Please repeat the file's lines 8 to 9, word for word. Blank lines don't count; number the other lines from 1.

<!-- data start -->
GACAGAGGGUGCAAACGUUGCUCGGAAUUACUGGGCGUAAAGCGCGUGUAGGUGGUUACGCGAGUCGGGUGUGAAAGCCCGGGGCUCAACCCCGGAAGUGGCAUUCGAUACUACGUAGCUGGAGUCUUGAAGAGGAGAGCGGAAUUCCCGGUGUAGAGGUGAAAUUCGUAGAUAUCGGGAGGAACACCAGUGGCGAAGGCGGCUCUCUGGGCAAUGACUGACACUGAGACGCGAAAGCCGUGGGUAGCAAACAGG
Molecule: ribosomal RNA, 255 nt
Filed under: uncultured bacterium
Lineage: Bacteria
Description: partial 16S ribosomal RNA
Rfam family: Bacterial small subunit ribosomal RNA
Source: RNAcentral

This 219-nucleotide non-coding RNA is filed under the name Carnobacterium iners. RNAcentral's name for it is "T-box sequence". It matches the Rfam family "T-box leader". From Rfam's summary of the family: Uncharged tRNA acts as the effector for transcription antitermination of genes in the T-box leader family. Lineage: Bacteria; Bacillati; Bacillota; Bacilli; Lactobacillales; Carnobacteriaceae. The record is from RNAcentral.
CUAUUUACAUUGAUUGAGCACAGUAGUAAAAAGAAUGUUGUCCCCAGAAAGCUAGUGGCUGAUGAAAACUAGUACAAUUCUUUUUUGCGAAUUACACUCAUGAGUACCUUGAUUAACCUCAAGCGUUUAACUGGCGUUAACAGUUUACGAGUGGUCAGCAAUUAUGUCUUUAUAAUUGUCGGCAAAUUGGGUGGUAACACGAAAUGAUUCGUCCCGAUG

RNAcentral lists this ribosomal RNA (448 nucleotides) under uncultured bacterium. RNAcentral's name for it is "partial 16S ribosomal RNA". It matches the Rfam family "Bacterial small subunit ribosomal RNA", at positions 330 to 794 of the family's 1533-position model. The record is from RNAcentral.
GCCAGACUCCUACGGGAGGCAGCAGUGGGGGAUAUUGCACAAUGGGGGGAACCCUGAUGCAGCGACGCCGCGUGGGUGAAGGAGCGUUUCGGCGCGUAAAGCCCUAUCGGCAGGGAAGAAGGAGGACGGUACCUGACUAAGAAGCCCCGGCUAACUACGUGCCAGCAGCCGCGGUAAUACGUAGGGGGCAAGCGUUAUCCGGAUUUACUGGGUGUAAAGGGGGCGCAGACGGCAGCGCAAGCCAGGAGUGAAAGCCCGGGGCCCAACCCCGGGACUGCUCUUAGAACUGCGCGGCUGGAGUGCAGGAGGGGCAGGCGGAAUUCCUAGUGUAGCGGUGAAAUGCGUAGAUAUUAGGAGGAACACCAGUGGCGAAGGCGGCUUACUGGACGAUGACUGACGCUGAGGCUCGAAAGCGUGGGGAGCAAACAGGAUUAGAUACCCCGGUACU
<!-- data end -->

This 219-nucleotide non-coding RNA is filed under the name Carnobacterium iners. RNAcentral's name for it is "T-box sequence". It matches the Rfam family "T-box leader". From Rfam's summary of the family: Uncharged tRNA acts as the effector for transcription antitermination of genes in the T-box leader family. Lineage: Bacteria; Bacillati; Bacillota; Bacilli; Lactobacillales; Carnobacteriaceae. The record is from RNAcentral.
CUAUUUACAUUGAUUGAGCACAGUAGUAAAAAGAAUGUUGUCCCCAGAAAGCUAGUGGCUGAUGAAAACUAGUACAAUUCUUUUUUGCGAAUUACACUCAUGAGUACCUUGAUUAACCUCAAGCGUUUAACUGGCGUUAACAGUUUACGAGUGGUCAGCAAUUAUGUCUUUAUAAUUGUCGGCAAAUUGGGUGGUAACACGAAAUGAUUCGUCCCGAUG